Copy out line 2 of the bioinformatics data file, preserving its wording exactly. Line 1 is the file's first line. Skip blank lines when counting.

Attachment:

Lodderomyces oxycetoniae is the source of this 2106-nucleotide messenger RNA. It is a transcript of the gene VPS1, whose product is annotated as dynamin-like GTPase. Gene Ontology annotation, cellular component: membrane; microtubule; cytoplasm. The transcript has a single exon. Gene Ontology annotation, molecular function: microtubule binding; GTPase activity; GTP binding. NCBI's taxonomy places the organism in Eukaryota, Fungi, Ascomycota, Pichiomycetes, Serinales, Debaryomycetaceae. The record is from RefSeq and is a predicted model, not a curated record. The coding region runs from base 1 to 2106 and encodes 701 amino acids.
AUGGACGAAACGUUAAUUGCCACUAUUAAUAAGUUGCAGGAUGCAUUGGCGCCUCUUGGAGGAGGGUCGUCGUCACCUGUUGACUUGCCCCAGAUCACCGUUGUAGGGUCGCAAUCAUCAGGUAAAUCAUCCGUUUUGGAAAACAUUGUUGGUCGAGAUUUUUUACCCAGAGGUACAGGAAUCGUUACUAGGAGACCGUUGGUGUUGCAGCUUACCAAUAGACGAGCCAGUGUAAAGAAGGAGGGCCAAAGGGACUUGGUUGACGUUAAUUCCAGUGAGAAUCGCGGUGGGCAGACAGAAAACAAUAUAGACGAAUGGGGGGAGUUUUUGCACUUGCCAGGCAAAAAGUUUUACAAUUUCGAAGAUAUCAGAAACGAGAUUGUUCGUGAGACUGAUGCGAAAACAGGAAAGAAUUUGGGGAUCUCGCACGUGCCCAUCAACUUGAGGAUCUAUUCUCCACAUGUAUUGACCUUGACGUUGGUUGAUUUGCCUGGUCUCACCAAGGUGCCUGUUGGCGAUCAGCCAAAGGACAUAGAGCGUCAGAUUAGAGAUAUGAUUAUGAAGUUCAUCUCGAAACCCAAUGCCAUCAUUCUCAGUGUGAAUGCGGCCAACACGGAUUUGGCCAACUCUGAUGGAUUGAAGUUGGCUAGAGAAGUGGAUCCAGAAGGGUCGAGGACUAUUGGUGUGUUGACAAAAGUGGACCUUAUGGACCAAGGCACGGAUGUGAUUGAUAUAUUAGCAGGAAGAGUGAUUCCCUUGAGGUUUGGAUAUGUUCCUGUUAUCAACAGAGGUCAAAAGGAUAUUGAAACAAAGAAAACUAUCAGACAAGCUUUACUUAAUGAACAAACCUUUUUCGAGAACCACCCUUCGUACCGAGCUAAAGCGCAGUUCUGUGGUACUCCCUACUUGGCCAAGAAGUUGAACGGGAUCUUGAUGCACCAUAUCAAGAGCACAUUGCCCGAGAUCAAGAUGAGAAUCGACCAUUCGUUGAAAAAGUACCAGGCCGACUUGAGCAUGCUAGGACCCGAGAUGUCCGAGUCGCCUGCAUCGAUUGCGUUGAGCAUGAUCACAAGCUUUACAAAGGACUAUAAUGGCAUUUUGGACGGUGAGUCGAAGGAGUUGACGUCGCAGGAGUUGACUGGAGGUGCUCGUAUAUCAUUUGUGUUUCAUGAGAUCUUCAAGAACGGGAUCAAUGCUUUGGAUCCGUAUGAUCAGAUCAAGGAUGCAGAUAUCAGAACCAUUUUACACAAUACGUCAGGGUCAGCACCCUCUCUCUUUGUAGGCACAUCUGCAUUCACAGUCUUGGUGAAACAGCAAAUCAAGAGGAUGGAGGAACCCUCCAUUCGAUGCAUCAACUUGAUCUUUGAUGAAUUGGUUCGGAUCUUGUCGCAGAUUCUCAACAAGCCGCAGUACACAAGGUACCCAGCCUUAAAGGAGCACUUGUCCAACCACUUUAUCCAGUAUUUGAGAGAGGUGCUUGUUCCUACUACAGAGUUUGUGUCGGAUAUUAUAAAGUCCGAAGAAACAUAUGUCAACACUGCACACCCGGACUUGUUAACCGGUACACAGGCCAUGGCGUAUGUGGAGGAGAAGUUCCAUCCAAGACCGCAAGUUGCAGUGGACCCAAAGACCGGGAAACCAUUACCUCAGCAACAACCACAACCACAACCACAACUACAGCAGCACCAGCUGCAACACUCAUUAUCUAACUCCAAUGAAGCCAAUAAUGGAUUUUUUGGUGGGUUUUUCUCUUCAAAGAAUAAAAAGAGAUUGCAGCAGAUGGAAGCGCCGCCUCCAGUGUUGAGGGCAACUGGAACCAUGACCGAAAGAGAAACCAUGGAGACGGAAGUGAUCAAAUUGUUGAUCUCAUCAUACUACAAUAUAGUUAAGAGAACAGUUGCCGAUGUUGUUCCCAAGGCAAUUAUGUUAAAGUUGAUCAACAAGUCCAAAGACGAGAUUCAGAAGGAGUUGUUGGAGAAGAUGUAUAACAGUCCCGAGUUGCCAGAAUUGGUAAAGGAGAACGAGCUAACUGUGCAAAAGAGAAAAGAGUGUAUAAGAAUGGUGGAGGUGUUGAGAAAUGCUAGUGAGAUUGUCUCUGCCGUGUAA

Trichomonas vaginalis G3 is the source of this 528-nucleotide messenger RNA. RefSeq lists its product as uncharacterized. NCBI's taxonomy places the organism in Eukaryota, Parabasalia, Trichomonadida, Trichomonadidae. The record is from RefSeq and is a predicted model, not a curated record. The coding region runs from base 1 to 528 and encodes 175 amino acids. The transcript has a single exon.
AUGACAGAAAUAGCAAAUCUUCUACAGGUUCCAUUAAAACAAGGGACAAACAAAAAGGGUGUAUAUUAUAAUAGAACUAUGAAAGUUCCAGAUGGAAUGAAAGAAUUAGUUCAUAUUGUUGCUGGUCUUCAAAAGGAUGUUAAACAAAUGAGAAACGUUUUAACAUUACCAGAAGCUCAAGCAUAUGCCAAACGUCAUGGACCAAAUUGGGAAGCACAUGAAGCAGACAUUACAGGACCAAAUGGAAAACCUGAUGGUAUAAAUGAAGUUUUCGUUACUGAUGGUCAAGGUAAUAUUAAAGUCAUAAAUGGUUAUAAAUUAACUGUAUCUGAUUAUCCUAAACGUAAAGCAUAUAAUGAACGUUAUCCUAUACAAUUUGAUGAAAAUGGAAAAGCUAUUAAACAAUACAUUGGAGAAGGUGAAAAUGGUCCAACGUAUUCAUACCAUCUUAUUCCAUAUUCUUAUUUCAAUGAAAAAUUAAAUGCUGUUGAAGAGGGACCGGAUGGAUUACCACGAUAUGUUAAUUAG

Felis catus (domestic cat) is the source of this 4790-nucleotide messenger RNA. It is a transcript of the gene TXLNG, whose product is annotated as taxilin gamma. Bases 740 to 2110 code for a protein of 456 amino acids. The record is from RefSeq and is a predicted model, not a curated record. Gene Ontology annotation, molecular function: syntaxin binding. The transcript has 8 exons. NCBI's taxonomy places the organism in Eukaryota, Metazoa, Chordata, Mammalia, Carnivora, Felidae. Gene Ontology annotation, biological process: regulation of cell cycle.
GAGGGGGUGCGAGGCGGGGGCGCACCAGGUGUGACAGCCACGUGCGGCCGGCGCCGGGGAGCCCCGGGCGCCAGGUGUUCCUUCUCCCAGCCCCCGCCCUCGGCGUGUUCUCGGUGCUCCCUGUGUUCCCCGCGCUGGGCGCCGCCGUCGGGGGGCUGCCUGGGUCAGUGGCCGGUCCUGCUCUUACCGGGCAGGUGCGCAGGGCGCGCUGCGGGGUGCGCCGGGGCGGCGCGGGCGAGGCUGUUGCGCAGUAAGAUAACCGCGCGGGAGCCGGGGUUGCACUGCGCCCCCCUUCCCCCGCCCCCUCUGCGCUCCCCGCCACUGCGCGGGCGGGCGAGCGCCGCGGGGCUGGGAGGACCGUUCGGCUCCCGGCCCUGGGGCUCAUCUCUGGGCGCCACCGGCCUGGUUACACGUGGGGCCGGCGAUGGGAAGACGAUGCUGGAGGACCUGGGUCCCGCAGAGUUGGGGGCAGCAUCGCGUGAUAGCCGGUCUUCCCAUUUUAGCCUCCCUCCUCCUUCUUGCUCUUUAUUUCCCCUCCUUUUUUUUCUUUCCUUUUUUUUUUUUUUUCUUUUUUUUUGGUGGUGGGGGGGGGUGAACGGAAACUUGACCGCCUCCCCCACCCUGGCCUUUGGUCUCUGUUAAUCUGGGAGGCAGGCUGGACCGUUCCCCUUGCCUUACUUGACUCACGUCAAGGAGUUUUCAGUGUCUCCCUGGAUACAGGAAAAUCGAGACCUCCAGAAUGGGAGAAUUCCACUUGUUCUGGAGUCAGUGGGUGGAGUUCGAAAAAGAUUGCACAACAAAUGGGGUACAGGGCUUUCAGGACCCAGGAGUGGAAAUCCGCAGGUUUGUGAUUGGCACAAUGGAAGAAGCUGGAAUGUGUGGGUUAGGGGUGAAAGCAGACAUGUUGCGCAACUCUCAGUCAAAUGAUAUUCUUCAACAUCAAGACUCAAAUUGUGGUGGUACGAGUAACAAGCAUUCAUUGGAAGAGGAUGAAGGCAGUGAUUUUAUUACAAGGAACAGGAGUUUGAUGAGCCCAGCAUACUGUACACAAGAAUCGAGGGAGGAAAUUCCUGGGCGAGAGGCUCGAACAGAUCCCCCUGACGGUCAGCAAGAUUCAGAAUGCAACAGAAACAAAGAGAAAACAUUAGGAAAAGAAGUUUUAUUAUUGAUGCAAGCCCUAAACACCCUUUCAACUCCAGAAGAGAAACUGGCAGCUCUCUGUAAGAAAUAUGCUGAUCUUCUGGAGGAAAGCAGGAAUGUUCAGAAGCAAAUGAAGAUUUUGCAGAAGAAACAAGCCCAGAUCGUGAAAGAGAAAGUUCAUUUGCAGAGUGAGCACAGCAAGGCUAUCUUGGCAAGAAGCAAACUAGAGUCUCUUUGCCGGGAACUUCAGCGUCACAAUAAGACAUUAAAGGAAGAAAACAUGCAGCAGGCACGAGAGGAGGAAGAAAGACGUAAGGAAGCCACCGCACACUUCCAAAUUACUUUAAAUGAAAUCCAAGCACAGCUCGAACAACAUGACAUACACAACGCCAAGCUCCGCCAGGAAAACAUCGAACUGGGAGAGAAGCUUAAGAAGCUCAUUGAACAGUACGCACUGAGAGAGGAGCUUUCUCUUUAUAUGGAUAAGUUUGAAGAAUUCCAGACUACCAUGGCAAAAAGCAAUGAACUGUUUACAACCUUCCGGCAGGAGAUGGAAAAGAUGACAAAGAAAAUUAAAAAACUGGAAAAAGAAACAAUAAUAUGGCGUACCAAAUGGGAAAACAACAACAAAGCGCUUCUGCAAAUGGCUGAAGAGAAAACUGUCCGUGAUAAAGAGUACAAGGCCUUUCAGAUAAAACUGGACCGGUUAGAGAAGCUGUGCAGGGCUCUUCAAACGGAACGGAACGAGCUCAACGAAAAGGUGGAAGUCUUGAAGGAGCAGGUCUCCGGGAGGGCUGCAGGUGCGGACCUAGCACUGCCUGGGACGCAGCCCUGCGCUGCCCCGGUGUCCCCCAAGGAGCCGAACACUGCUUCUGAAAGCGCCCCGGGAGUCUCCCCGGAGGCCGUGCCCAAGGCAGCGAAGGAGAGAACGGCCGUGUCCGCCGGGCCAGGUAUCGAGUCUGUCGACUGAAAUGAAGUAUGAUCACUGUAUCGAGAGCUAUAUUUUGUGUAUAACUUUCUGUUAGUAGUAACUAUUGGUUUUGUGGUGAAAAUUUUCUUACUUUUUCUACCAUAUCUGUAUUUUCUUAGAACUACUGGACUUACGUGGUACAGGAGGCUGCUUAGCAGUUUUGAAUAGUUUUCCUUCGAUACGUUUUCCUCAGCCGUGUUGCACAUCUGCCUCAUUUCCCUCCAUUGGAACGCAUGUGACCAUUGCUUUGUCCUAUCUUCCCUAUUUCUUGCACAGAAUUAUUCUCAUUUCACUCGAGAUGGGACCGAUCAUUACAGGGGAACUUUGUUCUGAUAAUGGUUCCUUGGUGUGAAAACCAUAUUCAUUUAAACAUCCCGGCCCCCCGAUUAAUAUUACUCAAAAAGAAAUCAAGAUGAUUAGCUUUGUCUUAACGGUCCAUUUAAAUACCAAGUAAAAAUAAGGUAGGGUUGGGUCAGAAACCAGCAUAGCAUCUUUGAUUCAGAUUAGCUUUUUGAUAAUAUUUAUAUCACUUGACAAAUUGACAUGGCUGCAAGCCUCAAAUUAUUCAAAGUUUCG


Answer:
AUGGACGAAACGUUAAUUGCCACUAUUAAUAAGUUGCAGGAUGCAUUGGCGCCUCUUGGAGGAGGGUCGUCGUCACCUGUUGACUUGCCCCAGAUCACCGUUGUAGGGUCGCAAUCAUCAGGUAAAUCAUCCGUUUUGGAAAACAUUGUUGGUCGAGAUUUUUUACCCAGAGGUACAGGAAUCGUUACUAGGAGACCGUUGGUGUUGCAGCUUACCAAUAGACGAGCCAGUGUAAAGAAGGAGGGCCAAAGGGACUUGGUUGACGUUAAUUCCAGUGAGAAUCGCGGUGGGCAGACAGAAAACAAUAUAGACGAAUGGGGGGAGUUUUUGCACUUGCCAGGCAAAAAGUUUUACAAUUUCGAAGAUAUCAGAAACGAGAUUGUUCGUGAGACUGAUGCGAAAACAGGAAAGAAUUUGGGGAUCUCGCACGUGCCCAUCAACUUGAGGAUCUAUUCUCCACAUGUAUUGACCUUGACGUUGGUUGAUUUGCCUGGUCUCACCAAGGUGCCUGUUGGCGAUCAGCCAAAGGACAUAGAGCGUCAGAUUAGAGAUAUGAUUAUGAAGUUCAUCUCGAAACCCAAUGCCAUCAUUCUCAGUGUGAAUGCGGCCAACACGGAUUUGGCCAACUCUGAUGGAUUGAAGUUGGCUAGAGAAGUGGAUCCAGAAGGGUCGAGGACUAUUGGUGUGUUGACAAAAGUGGACCUUAUGGACCAAGGCACGGAUGUGAUUGAUAUAUUAGCAGGAAGAGUGAUUCCCUUGAGGUUUGGAUAUGUUCCUGUUAUCAACAGAGGUCAAAAGGAUAUUGAAACAAAGAAAACUAUCAGACAAGCUUUACUUAAUGAACAAACCUUUUUCGAGAACCACCCUUCGUACCGAGCUAAAGCGCAGUUCUGUGGUACUCCCUACUUGGCCAAGAAGUUGAACGGGAUCUUGAUGCACCAUAUCAAGAGCACAUUGCCCGAGAUCAAGAUGAGAAUCGACCAUUCGUUGAAAAAGUACCAGGCCGACUUGAGCAUGCUAGGACCCGAGAUGUCCGAGUCGCCUGCAUCGAUUGCGUUGAGCAUGAUCACAAGCUUUACAAAGGACUAUAAUGGCAUUUUGGACGGUGAGUCGAAGGAGUUGACGUCGCAGGAGUUGACUGGAGGUGCUCGUAUAUCAUUUGUGUUUCAUGAGAUCUUCAAGAACGGGAUCAAUGCUUUGGAUCCGUAUGAUCAGAUCAAGGAUGCAGAUAUCAGAACCAUUUUACACAAUACGUCAGGGUCAGCACCCUCUCUCUUUGUAGGCACAUCUGCAUUCACAGUCUUGGUGAAACAGCAAAUCAAGAGGAUGGAGGAACCCUCCAUUCGAUGCAUCAACUUGAUCUUUGAUGAAUUGGUUCGGAUCUUGUCGCAGAUUCUCAACAAGCCGCAGUACACAAGGUACCCAGCCUUAAAGGAGCACUUGUCCAACCACUUUAUCCAGUAUUUGAGAGAGGUGCUUGUUCCUACUACAGAGUUUGUGUCGGAUAUUAUAAAGUCCGAAGAAACAUAUGUCAACACUGCACACCCGGACUUGUUAACCGGUACACAGGCCAUGGCGUAUGUGGAGGAGAAGUUCCAUCCAAGACCGCAAGUUGCAGUGGACCCAAAGACCGGGAAACCAUUACCUCAGCAACAACCACAACCACAACCACAACUACAGCAGCACCAGCUGCAACACUCAUUAUCUAACUCCAAUGAAGCCAAUAAUGGAUUUUUUGGUGGGUUUUUCUCUUCAAAGAAUAAAAAGAGAUUGCAGCAGAUGGAAGCGCCGCCUCCAGUGUUGAGGGCAACUGGAACCAUGACCGAAAGAGAAACCAUGGAGACGGAAGUGAUCAAAUUGUUGAUCUCAUCAUACUACAAUAUAGUUAAGAGAACAGUUGCCGAUGUUGUUCCCAAGGCAAUUAUGUUAAAGUUGAUCAACAAGUCCAAAGACGAGAUUCAGAAGGAGUUGUUGGAGAAGAUGUAUAACAGUCCCGAGUUGCCAGAAUUGGUAAAGGAGAACGAGCUAACUGUGCAAAAGAGAAAAGAGUGUAUAAGAAUGGUGGAGGUGUUGAGAAAUGCUAGUGAGAUUGUCUCUGCCGUGUAA